A SIMPLE FAVOR is an entertaining thriller from known-for-comedy director Paul Feig (THE HEAT). He brings to it some humor and his obvious rapport with the great casts he puts together, but if we had to categorize it we’d be forced to put it in with GONE GIRL, because it’s a twisty mystery based on a recent book by a female author and with entertainingly amoral, even wicked female characters.
Stephanie (Anna Kendrick, THE ACCOUNTANT) is a widowed “mommy vlogger” who, in between cooking and crafting demos, has been filling her subscribers in on the disappearance of her “best friend” Emily (Blake Lively, GREEN LANTERN). Even from the bits of vlog we see, before the omniscience of cinema kicks in, this seems fishy, because she admits she’s only known Emily for a few weeks. Their sons are in school together and tried to set up a playdate, causing intimidating fashionable rich mean lady Emily to begrudgingly bring Stephanie to her (extremely modern) house after school for drinks.
The heart of the movie is the attempted friendship between these opposites. Stephanie is what they call “basic.” A dork. She’s self conscious enough to constantly be awkward and embarrassed, but not enough to stop herself from blabbering about the different animals available on Target socks or the “oopsie jar” she fills with coins when she swears. Emily by contrast wryly complains about everything, loves drinking and chewing out her boss over the phone, makes Stephanie uncomfortable with frank talk and naked pictures, and constantly looks amused by her.
Lively genuinely gives one of my favorite performances of the year, a potential villain magnetic enough to steal my sympathies from the nicer protagonist. She always seems above everything, especially rules and expectations – societal, legal, even fashion, because she specializes in wearing outfits that normal people wouldn’t be able to get away with. But she does it with the charisma of a cult leader, so instead of making her seem like a jerk she comes off as an inspirational figure. She keeps telling Stephanie not to apologize for anything, which is a warning sign that she doesn’t care about other people, but she gets away with it because Stephanie, like many women, is too apologetic for her own good.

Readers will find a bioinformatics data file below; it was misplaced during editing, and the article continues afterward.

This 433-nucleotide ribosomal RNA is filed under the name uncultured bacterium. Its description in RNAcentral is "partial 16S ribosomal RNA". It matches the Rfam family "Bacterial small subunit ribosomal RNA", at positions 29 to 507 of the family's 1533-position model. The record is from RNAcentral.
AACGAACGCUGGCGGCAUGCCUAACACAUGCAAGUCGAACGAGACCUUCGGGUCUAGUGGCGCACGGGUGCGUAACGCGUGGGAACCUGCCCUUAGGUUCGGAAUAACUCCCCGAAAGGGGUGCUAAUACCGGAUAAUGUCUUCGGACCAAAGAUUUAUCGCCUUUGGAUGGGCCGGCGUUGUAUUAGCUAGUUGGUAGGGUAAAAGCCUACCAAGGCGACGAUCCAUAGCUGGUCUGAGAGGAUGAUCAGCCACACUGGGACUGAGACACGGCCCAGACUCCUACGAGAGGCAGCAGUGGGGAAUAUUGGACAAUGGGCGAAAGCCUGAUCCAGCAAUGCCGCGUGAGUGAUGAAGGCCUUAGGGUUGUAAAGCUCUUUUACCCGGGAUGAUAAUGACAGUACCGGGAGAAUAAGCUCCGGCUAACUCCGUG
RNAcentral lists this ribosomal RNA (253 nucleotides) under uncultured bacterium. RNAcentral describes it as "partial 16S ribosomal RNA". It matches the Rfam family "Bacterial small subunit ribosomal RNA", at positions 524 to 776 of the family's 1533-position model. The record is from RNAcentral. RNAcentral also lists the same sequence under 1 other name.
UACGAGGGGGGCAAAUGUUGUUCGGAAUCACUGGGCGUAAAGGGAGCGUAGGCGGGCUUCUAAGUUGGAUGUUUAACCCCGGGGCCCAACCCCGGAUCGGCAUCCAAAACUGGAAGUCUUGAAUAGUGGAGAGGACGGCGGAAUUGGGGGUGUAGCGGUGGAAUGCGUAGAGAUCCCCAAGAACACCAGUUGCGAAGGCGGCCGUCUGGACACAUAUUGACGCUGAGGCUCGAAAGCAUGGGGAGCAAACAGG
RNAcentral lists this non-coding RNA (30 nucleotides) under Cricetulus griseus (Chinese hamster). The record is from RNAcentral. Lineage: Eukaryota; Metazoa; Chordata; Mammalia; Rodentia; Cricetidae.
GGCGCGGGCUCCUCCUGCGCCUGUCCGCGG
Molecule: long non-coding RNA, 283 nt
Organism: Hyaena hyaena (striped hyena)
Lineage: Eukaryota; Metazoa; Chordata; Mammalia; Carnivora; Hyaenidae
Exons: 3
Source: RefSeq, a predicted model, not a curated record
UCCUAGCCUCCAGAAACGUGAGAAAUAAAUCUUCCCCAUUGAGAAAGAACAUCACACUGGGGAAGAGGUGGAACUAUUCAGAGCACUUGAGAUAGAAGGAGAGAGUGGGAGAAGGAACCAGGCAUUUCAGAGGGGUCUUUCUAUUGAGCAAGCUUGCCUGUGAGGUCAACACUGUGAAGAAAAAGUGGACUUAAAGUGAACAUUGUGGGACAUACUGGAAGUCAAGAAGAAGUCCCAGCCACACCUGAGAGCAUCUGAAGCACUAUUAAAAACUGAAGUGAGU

Emily is a female equivalent to the lovable asshole anti-heroes of so many movies, especially in the ’80s. She’s a mess and a terror and she sometimes convinces me yeah, but she earned it. She’s chaos on expensive name brand heels, so much so that when she gets Stephanie to pick up her kid from school and then is unreachable and seems to have taken off to Miami it takes days before it seems more likely to be an emergency than a scam to get free babysitting.
Emily’s ridiculously handsome husband Sean (Henry Golding, CRAZY RICH ASIANS) is out of town, but flies home and Stephanie, being the mommy vlogger, helps him look after his son, winds up living in the house, making fancy meals, trying on Emily’s dresses, denying her attraction to Sean. We know unless there’s some real narrative fuckery going on (apparently the book does use unreliable narrator tricks) that Stephanie is an innocent bystander in all this, but now she’s starting to act a little bit single white female. And the kid, Nicky, gets all “You’re not my mom!” and, more ominously, keeps claiming to have seen his real mom.
Much like the widows in WIDOWS, Stephanie finds she has talents she never would’ve thought of before – remembering Emily’s Never Say You’re Sorry lessons in not giving a fuck she pushes her way into Emily’s place of employment, breaks into her office, starts following clues and doing detective work, and it gets twisty in an outlandish way. Not WILD THINGS level, but fun.
The casting of small parts is as good as the big ones. I was impressed by Emily’s fashion designer boss (Rupert Friend, HITMAN: AGENT 47) and his minions, who look exactly the highest level of on-the-nose before pushing over into parody. And Feig’s Freaks & Geeks star Linda Cardellini (KILL THE IRISHMAN) has a good scene as a tough girl painter. It also looks good and has a legitimate tone of danger and mystery except, in my opinion, a major (if brief) tonal misstep right at the climax. We’ve built up real suspense and excitement about who will prevail between two compromised anti-heroines and then out of the blue another character intervenes with an out-and-out silly comedy one-liner. The ANIMAL HOUSE style text updates at the end also seem to have come from the broad comedy that Feig so carefully avoided making through 99% of the running time.
Yes, the soundtrack of ’60s French pop tunes (lots of Serge Gainsbourg and Brigitte Bardot) gives the whole thing a quirky upbeat feel, and there’s a really funny scene where Stephanie expresses her feelings of empowerment by rapping along with the M.O.P. classic “Ante Up” in her car, but for most of the movie it feels like the mystery and suspense are the important part, so the jokey-ness right at the end seems like it crosses a line to me.
Still, A SIMPLE FAVOR is worthwhile for these two performances and characters in the middle. I have enjoyed Lively in SAVAGES and THE SHALLOWS, but this definitely moves her up my list of interesting actors to keep an eye on.
VERN has been reviewing movies since 1999 and is the author of the books SEAGALOGY: A STUDY OF THE ASS-KICKING FILMS OF STEVEN SEAGAL, YIPPEE KI-YAY MOVIEGOER!: WRITINGS ON BRUCE WILLIS, BADASS CINEMA AND OTHER IMPORTANT TOPICS and NIKETOWN: A NOVEL. His horror-action novel WORM ON A HOOK will arrive later this year.